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Ask Allison: The Answers You Have Been Waiting For!

January 12, 2010

Thank you so much for the wonderful questions! They really made me think and I appreciate that you trust my opinion so much!

Let’s get started…

Cara asked…My question isn’t how you’ve met so many people…it’s how you remember them! Their names, faces, etc. You are a fantastic networker from what I’ve seen. And I have no idea how you do it!

I suppose it just comes from interacting with people as regularly as I can, on Twitter, on Facebook, in person. It’s harder if I only talk to someone just once. I try to have conversations with people as much as I can and I think that having a tangible memory really helps. But my mother is a first grade teacher, so maybe I inherited it?

Lee Ann asked… Since you recently passed your 1 year dating anniversary with Erik, I’m wondering what has most surprised you about being in a long-term relationship so far that you didn’t anticipate.

My main thought about dating was always, “How can you possibly want to be around just one person ALL THE TIME.” But one year later and here we are and I look forward to seeing him and talking to him everyday.

Ashley asked… My fiance has Type 1 diabetes and I’ve made it a goal of mine to learn as much as I can about it. So my question for you, is what’s it like living with diabetes?

Check out the slideshow I did for Raise Your Voice day. Living with diabetes is a complicated, emotional disease that can’t be easily conveyed in words. I suggest visiting a message board like TuDiabetes to hear some personal struggles from people and perhaps even reach out and share your story as the partner of a person with diabetes.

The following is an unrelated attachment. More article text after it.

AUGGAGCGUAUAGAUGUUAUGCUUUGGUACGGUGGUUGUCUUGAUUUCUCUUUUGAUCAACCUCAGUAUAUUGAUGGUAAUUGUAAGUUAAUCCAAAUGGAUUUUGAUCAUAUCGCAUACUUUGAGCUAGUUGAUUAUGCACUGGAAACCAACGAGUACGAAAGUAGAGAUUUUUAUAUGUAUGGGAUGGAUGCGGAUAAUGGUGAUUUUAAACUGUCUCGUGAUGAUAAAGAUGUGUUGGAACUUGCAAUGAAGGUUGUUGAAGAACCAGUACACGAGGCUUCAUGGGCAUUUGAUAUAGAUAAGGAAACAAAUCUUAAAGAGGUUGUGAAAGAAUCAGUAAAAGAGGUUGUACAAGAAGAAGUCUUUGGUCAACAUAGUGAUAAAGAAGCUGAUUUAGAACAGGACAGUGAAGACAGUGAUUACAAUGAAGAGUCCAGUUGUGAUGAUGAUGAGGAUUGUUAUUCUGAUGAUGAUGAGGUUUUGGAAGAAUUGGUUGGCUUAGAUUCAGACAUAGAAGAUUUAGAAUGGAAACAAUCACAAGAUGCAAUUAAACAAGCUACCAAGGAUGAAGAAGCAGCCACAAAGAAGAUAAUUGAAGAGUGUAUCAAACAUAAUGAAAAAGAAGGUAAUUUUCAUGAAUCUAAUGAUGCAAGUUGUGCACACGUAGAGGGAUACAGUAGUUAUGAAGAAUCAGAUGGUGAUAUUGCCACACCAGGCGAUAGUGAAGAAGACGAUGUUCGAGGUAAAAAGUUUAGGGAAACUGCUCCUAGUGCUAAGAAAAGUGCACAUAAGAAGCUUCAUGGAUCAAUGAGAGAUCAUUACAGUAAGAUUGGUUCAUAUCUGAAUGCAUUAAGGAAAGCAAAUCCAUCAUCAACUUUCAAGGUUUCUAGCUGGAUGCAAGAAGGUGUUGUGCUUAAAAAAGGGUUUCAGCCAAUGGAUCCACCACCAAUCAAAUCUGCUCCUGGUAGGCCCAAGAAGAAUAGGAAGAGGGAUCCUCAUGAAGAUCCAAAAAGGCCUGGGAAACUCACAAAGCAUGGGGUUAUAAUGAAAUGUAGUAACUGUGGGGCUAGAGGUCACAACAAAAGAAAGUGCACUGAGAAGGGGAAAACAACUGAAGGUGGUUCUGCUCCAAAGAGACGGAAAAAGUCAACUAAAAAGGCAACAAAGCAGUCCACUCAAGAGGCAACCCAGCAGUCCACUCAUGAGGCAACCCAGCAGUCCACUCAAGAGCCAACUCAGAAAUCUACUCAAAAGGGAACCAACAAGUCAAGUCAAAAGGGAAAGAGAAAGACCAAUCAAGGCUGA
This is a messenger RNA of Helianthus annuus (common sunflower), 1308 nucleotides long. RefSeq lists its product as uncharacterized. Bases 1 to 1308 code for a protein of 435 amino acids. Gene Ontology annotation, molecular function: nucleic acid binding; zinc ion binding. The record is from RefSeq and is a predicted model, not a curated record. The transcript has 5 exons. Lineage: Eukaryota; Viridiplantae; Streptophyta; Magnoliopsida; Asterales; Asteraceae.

Amber asked… It sounds like you’ve done a lot of traveling in your lifetime! My question is how you’ve managed to do that? Both financially (do you have a secret for saving) and taking time off work/planning etc. (Emily Jane dittoed this question)

First things first: I am in debt. By a lot. I can’t really afford anything but I am a travel addict so I try to do the best I can. About half the trips I take are funded by someone else – either my parents, my company or a pharmaceutical company. The other half are funded by savings or going easy on spending to offset the money I spent on a trip. I live within driving distance of a half dozen states, so many are weekend trips. My limit on lodging to $100-$110 a night, so I often travel with someone to split the costs, or I stay at hostels. Eating out is not a priority when I travel, so I don’t mind have a few fast food meals. There are a lot of free places to visit, many national museums and monuments that are free, or I visit parks or walk around town. As far as timing at work, I am a bit anal about planning on my vacation days. As I said earlier, I utilize weekends and 3-day weekends whenever possible, and the rest of the time I just try to plan early and fly at night in order to maximize my day off.

Autumn asked… What’s one thing about diabetes that you wish Eric understood better?

I think it would be nice if everyone understood that not everything in diabetes is so easy to figure out and that sometimes I don’t know why something happened. It’s complicated, even when it looks easy, and I think it’s easy for us with diabetes to portray diabetes as actually being easy when we are so casual about it. I try not to dumb things down for Erik.

Anonymous asked… What are your favorite New York City restaurants?

A few that have stood out are: Papatzul in Soho, a wonderful Mexican restaurant with really delicious, creative dishes and it’s never that crowded when I go; Cascina, a tasty Italian restaurant in Hell’s Kitchen with friendly staff and a spacious dining room (for Manhattan, that is) – nothing fancy, but it’s nice;  Cibo, another Italian restaurant by Grand Central Station, where I’ve been several times and they have one of the best prix fixe menus I have seen; and finally, Max Brenner’s, a chocoholic’s heaven with delicious entrees and even better desserts. Go starving.

Floreta asked… I’d like more on the cross country move. I’m planning to be a professional nomad. :P I’m moving cross-continent but hey, that doesn’t mean I have all the answers on a cross-country move.